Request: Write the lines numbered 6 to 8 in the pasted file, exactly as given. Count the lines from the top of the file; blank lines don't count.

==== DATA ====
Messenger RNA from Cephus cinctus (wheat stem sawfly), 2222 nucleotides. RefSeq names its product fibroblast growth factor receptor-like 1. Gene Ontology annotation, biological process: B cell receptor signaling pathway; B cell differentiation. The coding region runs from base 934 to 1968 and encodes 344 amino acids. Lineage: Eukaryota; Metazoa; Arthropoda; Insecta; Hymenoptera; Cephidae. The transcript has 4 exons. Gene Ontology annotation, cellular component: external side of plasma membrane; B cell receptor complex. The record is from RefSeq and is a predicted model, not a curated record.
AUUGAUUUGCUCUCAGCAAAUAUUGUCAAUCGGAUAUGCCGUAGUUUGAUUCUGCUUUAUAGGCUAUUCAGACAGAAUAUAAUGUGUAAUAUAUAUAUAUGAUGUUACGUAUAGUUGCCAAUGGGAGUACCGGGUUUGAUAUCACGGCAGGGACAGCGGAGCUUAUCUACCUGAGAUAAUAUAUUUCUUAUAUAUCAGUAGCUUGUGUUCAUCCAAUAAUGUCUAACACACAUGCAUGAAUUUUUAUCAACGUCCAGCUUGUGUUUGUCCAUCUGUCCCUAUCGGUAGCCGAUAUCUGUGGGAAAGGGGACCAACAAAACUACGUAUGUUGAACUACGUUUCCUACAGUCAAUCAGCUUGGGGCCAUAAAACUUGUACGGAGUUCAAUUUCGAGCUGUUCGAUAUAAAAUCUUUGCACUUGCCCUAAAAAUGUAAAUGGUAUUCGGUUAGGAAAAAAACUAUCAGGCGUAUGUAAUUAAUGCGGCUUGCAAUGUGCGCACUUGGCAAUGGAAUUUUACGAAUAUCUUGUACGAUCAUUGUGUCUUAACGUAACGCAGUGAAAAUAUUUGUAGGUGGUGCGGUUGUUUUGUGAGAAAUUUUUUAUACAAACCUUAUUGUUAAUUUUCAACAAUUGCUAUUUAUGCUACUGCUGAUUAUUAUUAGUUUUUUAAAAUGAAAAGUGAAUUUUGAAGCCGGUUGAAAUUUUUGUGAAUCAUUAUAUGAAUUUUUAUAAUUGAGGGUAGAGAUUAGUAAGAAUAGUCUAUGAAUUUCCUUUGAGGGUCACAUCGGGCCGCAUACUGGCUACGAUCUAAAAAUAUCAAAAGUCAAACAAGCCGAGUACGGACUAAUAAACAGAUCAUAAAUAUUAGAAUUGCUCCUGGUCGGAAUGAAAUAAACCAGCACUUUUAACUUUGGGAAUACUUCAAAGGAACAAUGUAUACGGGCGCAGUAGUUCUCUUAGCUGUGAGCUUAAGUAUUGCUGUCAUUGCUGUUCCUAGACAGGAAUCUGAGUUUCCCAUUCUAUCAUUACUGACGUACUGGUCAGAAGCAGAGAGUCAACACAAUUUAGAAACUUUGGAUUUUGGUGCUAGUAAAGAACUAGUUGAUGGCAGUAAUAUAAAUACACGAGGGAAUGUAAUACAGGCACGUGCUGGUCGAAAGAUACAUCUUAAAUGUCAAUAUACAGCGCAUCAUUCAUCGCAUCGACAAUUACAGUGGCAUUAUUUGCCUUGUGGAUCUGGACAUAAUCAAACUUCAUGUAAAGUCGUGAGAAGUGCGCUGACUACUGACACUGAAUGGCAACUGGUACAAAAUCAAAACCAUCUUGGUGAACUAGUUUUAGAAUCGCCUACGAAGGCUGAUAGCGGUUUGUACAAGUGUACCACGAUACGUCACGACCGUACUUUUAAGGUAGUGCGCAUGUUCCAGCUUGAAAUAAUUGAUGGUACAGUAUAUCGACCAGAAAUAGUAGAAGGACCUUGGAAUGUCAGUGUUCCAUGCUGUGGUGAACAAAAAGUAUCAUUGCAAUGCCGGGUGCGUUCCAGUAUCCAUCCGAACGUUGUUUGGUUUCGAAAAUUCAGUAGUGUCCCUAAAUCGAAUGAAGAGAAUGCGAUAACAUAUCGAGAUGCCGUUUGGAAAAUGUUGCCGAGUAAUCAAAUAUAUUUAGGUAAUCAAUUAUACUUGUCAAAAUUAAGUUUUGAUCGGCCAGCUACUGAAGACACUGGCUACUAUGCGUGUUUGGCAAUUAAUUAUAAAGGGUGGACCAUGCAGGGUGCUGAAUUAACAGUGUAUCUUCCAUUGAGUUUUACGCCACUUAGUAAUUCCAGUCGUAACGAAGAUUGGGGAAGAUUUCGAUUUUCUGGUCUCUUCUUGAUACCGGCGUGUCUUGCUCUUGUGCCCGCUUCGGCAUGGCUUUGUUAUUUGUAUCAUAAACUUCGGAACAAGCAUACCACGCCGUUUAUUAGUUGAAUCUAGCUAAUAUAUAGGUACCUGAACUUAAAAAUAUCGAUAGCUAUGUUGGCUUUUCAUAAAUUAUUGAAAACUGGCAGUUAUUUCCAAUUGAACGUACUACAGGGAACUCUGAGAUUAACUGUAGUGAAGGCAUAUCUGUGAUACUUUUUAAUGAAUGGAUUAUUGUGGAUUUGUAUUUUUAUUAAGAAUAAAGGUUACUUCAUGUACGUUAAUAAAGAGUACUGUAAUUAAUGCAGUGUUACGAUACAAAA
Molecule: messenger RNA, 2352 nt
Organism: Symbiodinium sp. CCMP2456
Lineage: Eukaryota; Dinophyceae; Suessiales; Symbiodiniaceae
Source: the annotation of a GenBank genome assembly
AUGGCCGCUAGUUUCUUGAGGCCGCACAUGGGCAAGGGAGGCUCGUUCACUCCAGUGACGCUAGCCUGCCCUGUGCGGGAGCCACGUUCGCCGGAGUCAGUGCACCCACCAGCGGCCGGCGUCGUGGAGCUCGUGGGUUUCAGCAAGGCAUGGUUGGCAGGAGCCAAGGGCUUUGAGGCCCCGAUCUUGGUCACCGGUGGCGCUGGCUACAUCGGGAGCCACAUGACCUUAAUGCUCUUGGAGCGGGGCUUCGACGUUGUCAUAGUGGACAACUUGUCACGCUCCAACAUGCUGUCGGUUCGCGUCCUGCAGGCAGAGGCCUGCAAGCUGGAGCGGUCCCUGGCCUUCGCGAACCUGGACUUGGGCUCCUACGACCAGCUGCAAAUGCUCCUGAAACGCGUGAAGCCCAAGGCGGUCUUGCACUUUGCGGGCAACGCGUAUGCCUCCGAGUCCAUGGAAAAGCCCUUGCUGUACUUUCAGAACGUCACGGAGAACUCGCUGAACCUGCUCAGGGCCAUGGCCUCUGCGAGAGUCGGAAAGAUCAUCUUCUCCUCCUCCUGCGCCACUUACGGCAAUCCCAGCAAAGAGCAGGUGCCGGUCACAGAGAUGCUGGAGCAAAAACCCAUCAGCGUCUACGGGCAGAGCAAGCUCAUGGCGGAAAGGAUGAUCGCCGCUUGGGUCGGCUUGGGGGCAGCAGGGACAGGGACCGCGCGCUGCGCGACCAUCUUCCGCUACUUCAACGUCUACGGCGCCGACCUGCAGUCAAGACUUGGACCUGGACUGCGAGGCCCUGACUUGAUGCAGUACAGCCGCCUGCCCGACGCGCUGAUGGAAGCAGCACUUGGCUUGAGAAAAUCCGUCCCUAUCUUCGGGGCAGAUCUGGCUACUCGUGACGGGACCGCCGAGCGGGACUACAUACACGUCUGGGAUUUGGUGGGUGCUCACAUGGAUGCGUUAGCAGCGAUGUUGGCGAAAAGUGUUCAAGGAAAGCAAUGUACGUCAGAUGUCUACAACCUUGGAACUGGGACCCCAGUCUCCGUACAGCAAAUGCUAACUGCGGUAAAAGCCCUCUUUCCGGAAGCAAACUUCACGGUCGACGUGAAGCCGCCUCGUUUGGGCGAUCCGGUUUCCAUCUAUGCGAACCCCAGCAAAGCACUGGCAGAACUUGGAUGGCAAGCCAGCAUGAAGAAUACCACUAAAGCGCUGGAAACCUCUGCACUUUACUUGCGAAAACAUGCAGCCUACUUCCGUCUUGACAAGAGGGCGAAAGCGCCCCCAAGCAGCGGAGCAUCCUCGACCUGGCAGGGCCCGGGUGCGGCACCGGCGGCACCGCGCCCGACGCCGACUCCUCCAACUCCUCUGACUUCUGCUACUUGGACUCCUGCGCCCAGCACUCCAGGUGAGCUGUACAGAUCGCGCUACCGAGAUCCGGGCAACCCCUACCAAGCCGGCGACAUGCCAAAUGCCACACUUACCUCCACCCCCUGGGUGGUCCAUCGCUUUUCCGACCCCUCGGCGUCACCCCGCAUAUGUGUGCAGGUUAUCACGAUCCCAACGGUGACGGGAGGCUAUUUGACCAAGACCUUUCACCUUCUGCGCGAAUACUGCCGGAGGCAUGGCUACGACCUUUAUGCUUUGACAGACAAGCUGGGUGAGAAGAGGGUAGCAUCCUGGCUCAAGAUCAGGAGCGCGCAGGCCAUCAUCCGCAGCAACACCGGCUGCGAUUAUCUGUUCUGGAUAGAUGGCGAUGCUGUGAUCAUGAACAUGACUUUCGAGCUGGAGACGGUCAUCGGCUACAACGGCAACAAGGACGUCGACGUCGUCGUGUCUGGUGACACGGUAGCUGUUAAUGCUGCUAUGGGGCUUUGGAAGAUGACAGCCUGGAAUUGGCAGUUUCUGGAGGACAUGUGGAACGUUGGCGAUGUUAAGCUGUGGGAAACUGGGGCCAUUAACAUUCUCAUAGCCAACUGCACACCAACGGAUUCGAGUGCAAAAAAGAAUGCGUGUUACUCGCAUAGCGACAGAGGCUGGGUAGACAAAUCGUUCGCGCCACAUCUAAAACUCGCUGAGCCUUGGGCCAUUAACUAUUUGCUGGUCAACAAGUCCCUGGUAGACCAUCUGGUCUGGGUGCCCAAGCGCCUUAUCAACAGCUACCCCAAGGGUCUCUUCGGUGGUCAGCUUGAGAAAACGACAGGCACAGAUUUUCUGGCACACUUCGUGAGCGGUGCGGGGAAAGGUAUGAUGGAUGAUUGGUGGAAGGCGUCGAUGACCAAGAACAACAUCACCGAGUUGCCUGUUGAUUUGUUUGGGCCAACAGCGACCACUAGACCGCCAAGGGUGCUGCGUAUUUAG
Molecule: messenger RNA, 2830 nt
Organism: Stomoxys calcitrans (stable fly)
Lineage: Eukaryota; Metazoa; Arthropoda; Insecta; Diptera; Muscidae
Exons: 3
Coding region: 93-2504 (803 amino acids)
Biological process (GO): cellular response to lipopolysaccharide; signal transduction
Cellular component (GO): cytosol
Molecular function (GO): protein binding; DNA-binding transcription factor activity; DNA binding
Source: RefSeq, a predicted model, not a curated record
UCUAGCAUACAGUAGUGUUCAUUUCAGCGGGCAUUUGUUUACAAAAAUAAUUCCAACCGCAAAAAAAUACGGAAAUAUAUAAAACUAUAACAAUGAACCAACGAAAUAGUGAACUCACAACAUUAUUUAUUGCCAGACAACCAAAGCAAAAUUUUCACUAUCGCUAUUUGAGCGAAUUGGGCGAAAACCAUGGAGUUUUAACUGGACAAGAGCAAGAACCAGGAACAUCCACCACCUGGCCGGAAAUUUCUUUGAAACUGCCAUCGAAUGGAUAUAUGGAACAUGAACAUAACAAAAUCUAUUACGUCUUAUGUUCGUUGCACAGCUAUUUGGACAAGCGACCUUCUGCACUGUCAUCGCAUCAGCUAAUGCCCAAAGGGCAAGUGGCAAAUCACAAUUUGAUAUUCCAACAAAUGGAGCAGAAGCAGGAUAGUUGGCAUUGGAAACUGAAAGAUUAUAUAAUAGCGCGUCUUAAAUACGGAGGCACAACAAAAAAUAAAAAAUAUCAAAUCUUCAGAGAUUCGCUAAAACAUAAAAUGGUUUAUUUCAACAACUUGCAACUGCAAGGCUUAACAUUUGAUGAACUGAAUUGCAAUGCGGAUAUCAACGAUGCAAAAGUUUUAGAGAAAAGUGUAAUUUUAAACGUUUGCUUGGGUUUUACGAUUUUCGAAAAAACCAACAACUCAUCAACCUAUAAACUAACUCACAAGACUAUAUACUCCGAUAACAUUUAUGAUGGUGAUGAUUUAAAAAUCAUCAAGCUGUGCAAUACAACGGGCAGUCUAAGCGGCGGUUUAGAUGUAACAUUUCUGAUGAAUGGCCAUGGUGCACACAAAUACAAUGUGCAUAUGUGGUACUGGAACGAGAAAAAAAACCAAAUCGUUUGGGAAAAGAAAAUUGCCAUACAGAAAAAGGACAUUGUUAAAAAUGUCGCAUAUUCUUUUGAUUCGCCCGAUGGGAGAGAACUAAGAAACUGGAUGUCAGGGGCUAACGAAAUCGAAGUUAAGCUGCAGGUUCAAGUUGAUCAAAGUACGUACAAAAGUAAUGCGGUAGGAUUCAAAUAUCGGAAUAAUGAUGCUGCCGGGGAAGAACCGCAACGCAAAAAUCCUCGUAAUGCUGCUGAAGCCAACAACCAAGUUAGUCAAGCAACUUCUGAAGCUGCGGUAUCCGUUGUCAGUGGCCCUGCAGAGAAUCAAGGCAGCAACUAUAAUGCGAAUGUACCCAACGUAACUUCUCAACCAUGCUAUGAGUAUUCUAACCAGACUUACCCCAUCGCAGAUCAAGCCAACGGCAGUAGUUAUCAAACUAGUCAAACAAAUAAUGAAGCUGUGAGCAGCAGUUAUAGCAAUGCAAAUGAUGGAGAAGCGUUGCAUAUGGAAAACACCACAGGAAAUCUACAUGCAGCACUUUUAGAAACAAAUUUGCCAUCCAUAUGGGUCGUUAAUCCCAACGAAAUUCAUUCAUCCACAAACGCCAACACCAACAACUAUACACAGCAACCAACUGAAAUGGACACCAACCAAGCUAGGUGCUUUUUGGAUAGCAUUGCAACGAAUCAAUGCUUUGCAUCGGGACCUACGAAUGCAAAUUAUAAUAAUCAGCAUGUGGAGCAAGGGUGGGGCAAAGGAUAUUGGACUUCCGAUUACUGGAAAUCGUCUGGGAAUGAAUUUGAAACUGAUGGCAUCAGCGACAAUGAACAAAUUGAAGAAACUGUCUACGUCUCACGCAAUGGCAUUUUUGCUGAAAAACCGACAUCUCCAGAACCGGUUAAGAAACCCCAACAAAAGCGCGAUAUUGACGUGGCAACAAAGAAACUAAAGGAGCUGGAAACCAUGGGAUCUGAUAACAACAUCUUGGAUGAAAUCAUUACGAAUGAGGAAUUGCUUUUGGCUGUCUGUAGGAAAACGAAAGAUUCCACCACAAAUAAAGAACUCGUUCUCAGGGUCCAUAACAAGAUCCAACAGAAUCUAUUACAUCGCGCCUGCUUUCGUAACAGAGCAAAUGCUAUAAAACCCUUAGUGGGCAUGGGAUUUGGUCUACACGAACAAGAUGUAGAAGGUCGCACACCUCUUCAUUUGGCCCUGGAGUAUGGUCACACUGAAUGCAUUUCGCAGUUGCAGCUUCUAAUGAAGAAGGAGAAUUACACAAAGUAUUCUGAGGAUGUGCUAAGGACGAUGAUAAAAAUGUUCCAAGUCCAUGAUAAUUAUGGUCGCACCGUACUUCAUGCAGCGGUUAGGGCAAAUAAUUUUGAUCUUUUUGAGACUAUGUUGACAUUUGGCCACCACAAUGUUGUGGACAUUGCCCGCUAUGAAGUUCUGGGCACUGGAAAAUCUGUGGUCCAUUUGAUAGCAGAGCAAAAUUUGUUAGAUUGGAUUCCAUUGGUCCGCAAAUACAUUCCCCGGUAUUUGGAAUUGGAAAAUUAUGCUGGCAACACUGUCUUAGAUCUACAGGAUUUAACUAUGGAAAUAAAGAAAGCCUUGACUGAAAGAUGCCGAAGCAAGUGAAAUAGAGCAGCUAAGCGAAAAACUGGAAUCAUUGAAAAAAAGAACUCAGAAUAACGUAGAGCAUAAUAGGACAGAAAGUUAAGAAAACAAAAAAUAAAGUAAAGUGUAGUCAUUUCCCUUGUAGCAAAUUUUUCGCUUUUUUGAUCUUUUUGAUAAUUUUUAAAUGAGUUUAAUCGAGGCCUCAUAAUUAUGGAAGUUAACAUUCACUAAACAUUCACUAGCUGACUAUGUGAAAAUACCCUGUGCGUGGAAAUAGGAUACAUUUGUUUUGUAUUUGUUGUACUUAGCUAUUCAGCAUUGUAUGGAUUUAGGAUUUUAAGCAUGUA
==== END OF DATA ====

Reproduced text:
Source: the annotation of a GenBank genome assembly
AUGGCCGCUAGUUUCUUGAGGCCGCACAUGGGCAAGGGAGGCUCGUUCACUCCAGUGACGCUAGCCUGCCCUGUGCGGGAGCCACGUUCGCCGGAGUCAGUGCACCCACCAGCGGCCGGCGUCGUGGAGCUCGUGGGUUUCAGCAAGGCAUGGUUGGCAGGAGCCAAGGGCUUUGAGGCCCCGAUCUUGGUCACCGGUGGCGCUGGCUACAUCGGGAGCCACAUGACCUUAAUGCUCUUGGAGCGGGGCUUCGACGUUGUCAUAGUGGACAACUUGUCACGCUCCAACAUGCUGUCGGUUCGCGUCCUGCAGGCAGAGGCCUGCAAGCUGGAGCGGUCCCUGGCCUUCGCGAACCUGGACUUGGGCUCCUACGACCAGCUGCAAAUGCUCCUGAAACGCGUGAAGCCCAAGGCGGUCUUGCACUUUGCGGGCAACGCGUAUGCCUCCGAGUCCAUGGAAAAGCCCUUGCUGUACUUUCAGAACGUCACGGAGAACUCGCUGAACCUGCUCAGGGCCAUGGCCUCUGCGAGAGUCGGAAAGAUCAUCUUCUCCUCCUCCUGCGCCACUUACGGCAAUCCCAGCAAAGAGCAGGUGCCGGUCACAGAGAUGCUGGAGCAAAAACCCAUCAGCGUCUACGGGCAGAGCAAGCUCAUGGCGGAAAGGAUGAUCGCCGCUUGGGUCGGCUUGGGGGCAGCAGGGACAGGGACCGCGCGCUGCGCGACCAUCUUCCGCUACUUCAACGUCUACGGCGCCGACCUGCAGUCAAGACUUGGACCUGGACUGCGAGGCCCUGACUUGAUGCAGUACAGCCGCCUGCCCGACGCGCUGAUGGAAGCAGCACUUGGCUUGAGAAAAUCCGUCCCUAUCUUCGGGGCAGAUCUGGCUACUCGUGACGGGACCGCCGAGCGGGACUACAUACACGUCUGGGAUUUGGUGGGUGCUCACAUGGAUGCGUUAGCAGCGAUGUUGGCGAAAAGUGUUCAAGGAAAGCAAUGUACGUCAGAUGUCUACAACCUUGGAACUGGGACCCCAGUCUCCGUACAGCAAAUGCUAACUGCGGUAAAAGCCCUCUUUCCGGAAGCAAACUUCACGGUCGACGUGAAGCCGCCUCGUUUGGGCGAUCCGGUUUCCAUCUAUGCGAACCCCAGCAAAGCACUGGCAGAACUUGGAUGGCAAGCCAGCAUGAAGAAUACCACUAAAGCGCUGGAAACCUCUGCACUUUACUUGCGAAAACAUGCAGCCUACUUCCGUCUUGACAAGAGGGCGAAAGCGCCCCCAAGCAGCGGAGCAUCCUCGACCUGGCAGGGCCCGGGUGCGGCACCGGCGGCACCGCGCCCGACGCCGACUCCUCCAACUCCUCUGACUUCUGCUACUUGGACUCCUGCGCCCAGCACUCCAGGUGAGCUGUACAGAUCGCGCUACCGAGAUCCGGGCAACCCCUACCAAGCCGGCGACAUGCCAAAUGCCACACUUACCUCCACCCCCUGGGUGGUCCAUCGCUUUUCCGACCCCUCGGCGUCACCCCGCAUAUGUGUGCAGGUUAUCACGAUCCCAACGGUGACGGGAGGCUAUUUGACCAAGACCUUUCACCUUCUGCGCGAAUACUGCCGGAGGCAUGGCUACGACCUUUAUGCUUUGACAGACAAGCUGGGUGAGAAGAGGGUAGCAUCCUGGCUCAAGAUCAGGAGCGCGCAGGCCAUCAUCCGCAGCAACACCGGCUGCGAUUAUCUGUUCUGGAUAGAUGGCGAUGCUGUGAUCAUGAACAUGACUUUCGAGCUGGAGACGGUCAUCGGCUACAACGGCAACAAGGACGUCGACGUCGUCGUGUCUGGUGACACGGUAGCUGUUAAUGCUGCUAUGGGGCUUUGGAAGAUGACAGCCUGGAAUUGGCAGUUUCUGGAGGACAUGUGGAACGUUGGCGAUGUUAAGCUGUGGGAAACUGGGGCCAUUAACAUUCUCAUAGCCAACUGCACACCAACGGAUUCGAGUGCAAAAAAGAAUGCGUGUUACUCGCAUAGCGACAGAGGCUGGGUAGACAAAUCGUUCGCGCCACAUCUAAAACUCGCUGAGCCUUGGGCCAUUAACUAUUUGCUGGUCAACAAGUCCCUGGUAGACCAUCUGGUCUGGGUGCCCAAGCGCCUUAUCAACAGCUACCCCAAGGGUCUCUUCGGUGGUCAGCUUGAGAAAACGACAGGCACAGAUUUUCUGGCACACUUCGUGAGCGGUGCGGGGAAAGGUAUGAUGGAUGAUUGGUGGAAGGCGUCGAUGACCAAGAACAACAUCACCGAGUUGCCUGUUGAUUUGUUUGGGCCAACAGCGACCACUAGACCGCCAAGGGUGCUGCGUAUUUAG
Molecule: messenger RNA, 2830 nt